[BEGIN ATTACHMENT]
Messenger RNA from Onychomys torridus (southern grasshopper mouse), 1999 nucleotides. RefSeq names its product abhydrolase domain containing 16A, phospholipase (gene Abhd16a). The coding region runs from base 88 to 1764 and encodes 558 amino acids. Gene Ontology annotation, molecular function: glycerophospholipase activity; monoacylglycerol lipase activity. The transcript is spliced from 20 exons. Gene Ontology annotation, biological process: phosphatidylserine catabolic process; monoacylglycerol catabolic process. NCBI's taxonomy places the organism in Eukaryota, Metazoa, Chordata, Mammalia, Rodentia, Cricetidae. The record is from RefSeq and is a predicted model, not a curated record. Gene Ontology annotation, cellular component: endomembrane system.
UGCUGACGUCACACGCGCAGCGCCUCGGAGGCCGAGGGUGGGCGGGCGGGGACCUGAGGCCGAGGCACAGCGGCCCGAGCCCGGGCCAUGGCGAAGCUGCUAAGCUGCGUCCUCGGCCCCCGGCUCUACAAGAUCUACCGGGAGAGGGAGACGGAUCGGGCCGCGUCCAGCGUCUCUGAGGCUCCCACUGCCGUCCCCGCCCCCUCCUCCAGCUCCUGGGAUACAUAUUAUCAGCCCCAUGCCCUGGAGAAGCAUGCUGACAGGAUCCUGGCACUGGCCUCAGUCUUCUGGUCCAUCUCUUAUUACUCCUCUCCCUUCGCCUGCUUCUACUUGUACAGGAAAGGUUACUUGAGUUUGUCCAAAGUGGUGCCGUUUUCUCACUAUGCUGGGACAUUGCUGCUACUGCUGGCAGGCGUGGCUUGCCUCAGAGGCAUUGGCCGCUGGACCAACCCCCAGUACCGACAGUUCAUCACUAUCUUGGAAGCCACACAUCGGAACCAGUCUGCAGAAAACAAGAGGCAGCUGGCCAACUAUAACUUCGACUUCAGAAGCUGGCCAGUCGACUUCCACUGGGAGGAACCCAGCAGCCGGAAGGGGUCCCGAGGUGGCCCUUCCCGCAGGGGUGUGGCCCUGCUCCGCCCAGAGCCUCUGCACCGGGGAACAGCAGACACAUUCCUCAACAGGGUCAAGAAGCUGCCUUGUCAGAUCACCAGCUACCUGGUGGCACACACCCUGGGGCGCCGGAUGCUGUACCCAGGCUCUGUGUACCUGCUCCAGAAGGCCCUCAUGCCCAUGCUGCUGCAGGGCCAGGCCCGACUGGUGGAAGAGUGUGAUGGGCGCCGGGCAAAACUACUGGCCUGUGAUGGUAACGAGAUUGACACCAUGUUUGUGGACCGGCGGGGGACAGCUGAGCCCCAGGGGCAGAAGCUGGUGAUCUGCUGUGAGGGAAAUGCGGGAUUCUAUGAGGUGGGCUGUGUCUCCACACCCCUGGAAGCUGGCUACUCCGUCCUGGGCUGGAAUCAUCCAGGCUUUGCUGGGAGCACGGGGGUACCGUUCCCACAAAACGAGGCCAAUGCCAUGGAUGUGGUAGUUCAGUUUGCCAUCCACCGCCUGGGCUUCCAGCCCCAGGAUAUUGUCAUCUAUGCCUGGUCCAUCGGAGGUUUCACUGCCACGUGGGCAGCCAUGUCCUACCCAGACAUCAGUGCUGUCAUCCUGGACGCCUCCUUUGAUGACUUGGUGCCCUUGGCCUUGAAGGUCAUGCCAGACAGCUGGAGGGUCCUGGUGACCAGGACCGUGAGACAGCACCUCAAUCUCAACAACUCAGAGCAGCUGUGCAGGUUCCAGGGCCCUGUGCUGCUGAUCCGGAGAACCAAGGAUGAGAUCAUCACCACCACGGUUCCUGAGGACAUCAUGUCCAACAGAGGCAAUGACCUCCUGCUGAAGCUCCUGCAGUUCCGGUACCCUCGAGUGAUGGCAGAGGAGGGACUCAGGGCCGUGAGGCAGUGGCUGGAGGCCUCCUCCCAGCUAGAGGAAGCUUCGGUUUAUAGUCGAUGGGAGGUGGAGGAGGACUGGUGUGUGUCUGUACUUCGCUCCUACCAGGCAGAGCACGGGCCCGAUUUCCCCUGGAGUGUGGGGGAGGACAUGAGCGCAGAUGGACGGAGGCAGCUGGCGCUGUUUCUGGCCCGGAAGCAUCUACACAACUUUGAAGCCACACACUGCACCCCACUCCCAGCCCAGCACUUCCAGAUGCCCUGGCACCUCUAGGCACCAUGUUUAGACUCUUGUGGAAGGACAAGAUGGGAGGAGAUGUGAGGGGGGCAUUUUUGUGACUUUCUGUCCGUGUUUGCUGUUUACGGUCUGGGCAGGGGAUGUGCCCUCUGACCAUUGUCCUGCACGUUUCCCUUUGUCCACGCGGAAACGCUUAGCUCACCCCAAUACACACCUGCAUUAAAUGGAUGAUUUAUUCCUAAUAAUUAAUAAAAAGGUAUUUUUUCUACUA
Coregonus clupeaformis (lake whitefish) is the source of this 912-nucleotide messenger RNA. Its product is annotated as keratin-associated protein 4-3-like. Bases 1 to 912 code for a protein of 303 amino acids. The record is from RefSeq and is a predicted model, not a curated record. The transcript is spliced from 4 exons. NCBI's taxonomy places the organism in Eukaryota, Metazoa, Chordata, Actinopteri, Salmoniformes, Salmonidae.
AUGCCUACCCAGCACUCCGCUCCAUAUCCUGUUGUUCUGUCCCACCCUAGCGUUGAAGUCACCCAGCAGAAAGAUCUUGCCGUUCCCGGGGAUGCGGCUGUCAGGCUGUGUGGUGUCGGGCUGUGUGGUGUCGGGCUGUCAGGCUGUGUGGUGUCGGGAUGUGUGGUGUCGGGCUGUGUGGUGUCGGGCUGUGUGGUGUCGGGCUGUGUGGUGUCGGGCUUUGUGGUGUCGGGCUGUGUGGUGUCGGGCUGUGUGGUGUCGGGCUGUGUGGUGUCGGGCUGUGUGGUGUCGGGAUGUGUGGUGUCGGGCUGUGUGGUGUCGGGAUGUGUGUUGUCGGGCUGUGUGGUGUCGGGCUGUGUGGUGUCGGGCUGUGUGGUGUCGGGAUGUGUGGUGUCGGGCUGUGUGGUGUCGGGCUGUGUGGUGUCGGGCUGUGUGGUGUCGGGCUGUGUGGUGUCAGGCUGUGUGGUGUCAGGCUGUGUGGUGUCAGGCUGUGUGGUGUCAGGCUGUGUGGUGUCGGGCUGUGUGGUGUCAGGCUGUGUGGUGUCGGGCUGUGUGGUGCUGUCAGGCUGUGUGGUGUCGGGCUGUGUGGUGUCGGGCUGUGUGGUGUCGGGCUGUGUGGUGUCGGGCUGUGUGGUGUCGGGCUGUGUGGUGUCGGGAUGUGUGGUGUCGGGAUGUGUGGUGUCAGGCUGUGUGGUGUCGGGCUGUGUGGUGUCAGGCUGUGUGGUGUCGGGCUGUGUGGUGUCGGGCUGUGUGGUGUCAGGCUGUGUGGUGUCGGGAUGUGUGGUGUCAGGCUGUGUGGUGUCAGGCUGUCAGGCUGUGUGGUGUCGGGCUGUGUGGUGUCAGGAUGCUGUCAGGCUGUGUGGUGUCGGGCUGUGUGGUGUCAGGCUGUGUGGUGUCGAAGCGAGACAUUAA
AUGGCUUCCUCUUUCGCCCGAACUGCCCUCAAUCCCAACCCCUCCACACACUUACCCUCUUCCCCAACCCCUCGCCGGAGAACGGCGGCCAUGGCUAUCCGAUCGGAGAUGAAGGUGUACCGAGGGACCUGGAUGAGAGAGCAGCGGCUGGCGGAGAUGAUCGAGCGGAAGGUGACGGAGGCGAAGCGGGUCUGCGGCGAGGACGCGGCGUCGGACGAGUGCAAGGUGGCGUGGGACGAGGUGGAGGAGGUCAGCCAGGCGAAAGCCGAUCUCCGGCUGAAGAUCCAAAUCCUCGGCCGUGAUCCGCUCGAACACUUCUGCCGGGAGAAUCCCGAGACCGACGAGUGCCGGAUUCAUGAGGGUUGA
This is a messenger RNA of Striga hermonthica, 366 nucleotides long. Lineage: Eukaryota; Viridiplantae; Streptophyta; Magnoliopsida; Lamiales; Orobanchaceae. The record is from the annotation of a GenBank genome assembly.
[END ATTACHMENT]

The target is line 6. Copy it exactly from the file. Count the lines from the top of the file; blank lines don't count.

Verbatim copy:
This is a messenger RNA of Striga hermonthica, 366 nucleotides long. Lineage: Eukaryota; Viridiplantae; Streptophyta; Magnoliopsida; Lamiales; Orobanchaceae. The record is from the annotation of a GenBank genome assembly.